herein2021

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Great work. Thank you so much for sharing. I dread all the editing work required by shooting in log. For commercial work do you think I can shoot in NONE with proper exposure settings and get a quality product?

Actually LOG is very simple if you use the histogram for exposure while filming (treat it like a WFM) and Davinci Resolve to get a base Rec709 grade. From there add your creative adjustment clip...project color grade done. It literally takes me seconds to grade the LOG footage and I then copy the grade to subsequent clips from the same camera and make slight primaries adjustments to expand the clip's dynamic range based on the WF.

The Autel EVO II 6K's LOG profile is without a doubt the easiest drone LOG curve I've ever had to grade. By comparison, DJI was so bad that I shot in natural profile instead.

In my opinion, only the LOG profile will yield you maximum editing flexibility. Shooting in LOG vs a color profile is almost the same as shooting in RAW vs JPG for photography. The biggest thing LOG gets you is increased dynamic range and camera matching capabilities. Also, if you build up a large library of stock footage that you can use in different projects, source footage shot in LOG makes it easier to match different scenes and moods vs a baked in color profile.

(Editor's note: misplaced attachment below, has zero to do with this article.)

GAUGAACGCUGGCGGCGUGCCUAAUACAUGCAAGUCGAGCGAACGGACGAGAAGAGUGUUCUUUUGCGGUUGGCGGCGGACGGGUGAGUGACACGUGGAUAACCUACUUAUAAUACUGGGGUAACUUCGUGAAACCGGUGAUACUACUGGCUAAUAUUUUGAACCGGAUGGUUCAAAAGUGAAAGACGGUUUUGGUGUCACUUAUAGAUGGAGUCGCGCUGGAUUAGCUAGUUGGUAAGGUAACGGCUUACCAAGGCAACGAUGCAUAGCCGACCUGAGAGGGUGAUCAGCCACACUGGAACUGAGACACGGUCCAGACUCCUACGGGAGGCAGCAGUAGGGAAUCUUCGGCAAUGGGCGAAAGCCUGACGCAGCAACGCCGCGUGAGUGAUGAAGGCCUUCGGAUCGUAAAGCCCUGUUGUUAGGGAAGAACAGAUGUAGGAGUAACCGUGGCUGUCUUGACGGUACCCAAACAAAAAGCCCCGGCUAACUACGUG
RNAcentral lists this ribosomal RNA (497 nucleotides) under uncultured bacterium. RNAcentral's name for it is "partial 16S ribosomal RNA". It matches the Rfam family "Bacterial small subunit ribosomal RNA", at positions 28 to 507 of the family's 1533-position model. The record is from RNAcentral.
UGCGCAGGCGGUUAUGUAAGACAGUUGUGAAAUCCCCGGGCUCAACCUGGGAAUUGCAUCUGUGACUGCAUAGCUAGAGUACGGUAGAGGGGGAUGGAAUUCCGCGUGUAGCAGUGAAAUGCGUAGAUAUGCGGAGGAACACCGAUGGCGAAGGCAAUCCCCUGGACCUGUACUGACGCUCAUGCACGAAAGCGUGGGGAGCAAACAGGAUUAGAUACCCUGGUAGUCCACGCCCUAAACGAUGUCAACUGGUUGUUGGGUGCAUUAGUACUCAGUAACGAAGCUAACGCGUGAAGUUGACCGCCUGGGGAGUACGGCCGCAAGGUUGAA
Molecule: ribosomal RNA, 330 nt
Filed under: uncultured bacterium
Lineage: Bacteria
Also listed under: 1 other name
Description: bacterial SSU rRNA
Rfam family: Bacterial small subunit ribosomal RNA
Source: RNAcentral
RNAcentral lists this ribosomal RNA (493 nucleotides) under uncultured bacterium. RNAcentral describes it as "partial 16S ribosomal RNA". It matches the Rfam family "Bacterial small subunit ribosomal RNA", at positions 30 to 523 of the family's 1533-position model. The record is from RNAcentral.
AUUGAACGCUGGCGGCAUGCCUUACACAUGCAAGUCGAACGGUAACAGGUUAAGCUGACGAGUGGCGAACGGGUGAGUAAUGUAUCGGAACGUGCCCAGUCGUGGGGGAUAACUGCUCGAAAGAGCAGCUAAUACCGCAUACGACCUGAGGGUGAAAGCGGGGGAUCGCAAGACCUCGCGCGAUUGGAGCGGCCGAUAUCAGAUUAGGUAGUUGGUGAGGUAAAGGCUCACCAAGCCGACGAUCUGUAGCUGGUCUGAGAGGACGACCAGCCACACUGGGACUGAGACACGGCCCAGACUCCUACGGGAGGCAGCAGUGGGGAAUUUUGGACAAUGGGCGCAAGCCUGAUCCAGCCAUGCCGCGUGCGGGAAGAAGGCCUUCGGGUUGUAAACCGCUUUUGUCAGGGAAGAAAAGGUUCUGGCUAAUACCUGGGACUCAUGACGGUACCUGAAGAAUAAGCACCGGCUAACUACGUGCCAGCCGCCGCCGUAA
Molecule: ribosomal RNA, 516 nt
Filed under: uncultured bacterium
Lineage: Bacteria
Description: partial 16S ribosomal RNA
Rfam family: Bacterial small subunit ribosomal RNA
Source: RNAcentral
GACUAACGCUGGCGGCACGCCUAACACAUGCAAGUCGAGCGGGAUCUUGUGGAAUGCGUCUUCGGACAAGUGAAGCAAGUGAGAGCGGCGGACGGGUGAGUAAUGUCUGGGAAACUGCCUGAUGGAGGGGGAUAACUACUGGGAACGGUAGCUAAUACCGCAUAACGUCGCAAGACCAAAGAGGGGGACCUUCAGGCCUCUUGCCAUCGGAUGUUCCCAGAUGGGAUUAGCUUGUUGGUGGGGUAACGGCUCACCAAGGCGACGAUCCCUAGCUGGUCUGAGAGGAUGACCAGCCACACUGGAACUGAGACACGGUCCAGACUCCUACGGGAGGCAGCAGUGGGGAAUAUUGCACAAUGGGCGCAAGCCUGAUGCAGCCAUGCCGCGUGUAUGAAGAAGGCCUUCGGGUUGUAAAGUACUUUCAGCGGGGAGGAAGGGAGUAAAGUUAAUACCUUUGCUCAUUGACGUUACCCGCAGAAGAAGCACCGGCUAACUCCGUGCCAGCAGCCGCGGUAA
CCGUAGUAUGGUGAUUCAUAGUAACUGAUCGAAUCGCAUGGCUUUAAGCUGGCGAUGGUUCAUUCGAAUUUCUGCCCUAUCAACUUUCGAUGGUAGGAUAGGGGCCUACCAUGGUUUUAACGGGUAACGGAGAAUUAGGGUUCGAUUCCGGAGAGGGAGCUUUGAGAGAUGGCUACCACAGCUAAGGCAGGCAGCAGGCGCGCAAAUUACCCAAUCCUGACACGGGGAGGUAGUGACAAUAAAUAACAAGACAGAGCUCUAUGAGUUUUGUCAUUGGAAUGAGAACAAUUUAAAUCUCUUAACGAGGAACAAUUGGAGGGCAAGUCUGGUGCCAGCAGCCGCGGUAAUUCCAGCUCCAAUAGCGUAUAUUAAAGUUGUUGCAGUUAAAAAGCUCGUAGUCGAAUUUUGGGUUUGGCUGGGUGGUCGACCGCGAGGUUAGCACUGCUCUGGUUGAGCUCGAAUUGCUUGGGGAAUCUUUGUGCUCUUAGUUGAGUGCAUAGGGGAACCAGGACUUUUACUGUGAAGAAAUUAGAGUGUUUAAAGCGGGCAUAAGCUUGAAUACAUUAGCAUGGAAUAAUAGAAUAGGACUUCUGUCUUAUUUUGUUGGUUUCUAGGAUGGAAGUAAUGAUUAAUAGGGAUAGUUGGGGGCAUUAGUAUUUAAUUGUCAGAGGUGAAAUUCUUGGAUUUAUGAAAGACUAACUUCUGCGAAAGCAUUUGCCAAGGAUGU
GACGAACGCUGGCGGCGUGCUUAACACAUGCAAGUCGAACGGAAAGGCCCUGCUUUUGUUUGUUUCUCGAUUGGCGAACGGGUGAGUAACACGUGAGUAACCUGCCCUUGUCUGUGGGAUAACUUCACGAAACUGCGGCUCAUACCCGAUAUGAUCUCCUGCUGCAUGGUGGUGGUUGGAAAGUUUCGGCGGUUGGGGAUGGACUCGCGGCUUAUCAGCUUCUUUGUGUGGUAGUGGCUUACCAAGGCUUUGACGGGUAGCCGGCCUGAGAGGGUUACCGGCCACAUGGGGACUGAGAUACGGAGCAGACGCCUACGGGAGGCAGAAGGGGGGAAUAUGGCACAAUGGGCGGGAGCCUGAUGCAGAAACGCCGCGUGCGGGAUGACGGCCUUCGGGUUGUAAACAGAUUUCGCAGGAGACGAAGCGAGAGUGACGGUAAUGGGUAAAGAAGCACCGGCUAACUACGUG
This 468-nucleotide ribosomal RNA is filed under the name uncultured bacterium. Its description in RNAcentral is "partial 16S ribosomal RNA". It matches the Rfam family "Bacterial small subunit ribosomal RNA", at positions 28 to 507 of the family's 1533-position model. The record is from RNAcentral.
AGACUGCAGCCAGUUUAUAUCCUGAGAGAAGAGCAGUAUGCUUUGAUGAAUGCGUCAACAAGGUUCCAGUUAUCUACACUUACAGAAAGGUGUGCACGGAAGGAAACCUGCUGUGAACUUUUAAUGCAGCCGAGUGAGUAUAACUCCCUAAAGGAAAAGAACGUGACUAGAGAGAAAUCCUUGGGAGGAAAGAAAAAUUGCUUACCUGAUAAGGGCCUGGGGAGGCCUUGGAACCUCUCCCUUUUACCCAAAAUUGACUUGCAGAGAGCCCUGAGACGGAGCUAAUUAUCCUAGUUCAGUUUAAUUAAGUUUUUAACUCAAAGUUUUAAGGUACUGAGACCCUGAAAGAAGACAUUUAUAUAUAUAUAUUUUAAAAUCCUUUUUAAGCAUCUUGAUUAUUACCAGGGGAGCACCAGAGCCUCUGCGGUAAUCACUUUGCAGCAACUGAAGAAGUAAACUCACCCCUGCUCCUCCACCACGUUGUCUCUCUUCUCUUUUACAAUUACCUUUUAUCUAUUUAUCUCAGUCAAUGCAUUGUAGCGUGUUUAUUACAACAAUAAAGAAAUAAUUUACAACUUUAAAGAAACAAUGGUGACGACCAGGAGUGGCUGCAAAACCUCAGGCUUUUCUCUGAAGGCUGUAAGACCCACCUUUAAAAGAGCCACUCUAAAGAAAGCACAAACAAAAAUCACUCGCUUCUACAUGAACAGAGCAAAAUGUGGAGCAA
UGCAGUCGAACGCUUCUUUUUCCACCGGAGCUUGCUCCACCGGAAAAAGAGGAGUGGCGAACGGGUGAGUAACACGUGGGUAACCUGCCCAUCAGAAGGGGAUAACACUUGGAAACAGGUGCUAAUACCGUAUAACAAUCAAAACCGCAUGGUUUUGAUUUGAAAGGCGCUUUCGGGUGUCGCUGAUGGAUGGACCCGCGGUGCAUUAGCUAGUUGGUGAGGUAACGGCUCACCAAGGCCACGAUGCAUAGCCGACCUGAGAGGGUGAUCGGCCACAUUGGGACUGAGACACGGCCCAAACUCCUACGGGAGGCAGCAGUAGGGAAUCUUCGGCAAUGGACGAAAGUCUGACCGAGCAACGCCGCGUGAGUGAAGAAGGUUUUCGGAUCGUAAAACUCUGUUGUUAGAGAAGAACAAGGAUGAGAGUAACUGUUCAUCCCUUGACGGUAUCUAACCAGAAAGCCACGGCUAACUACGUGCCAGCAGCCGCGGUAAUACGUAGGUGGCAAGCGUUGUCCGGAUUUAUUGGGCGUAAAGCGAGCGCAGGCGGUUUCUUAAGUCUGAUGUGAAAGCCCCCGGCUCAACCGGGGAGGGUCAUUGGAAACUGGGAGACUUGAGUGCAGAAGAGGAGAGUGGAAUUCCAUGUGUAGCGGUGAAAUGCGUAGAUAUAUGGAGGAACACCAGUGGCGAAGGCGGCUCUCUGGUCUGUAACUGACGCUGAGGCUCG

My grading DR workflow for the LOG profile is very simple;

1 - Add the clip to the timeline
2 - Click the Color workspace
3 - Go to the Primaries section and ensure the Color Wheels are selected
4 - Color Boost +20, Saturation 100, Contrast 1.17
5 - Click the WB selector and if there is anything white in the scene that's properly exposed use that to set the WB.
6 - Select Scopes > Waveform and adjust the Lift until the bottom of the WF just touches off of 0 and adjust the gain until the WF just touches off of 1023.
7 - Color grade done. Keep in mind that it is critical that you properly exposed the scene while filming; if anything is clipped it is unrecoverable. Use the Histogram to ensure the elements in the scene that you care about are within the DR of the camera's sensor.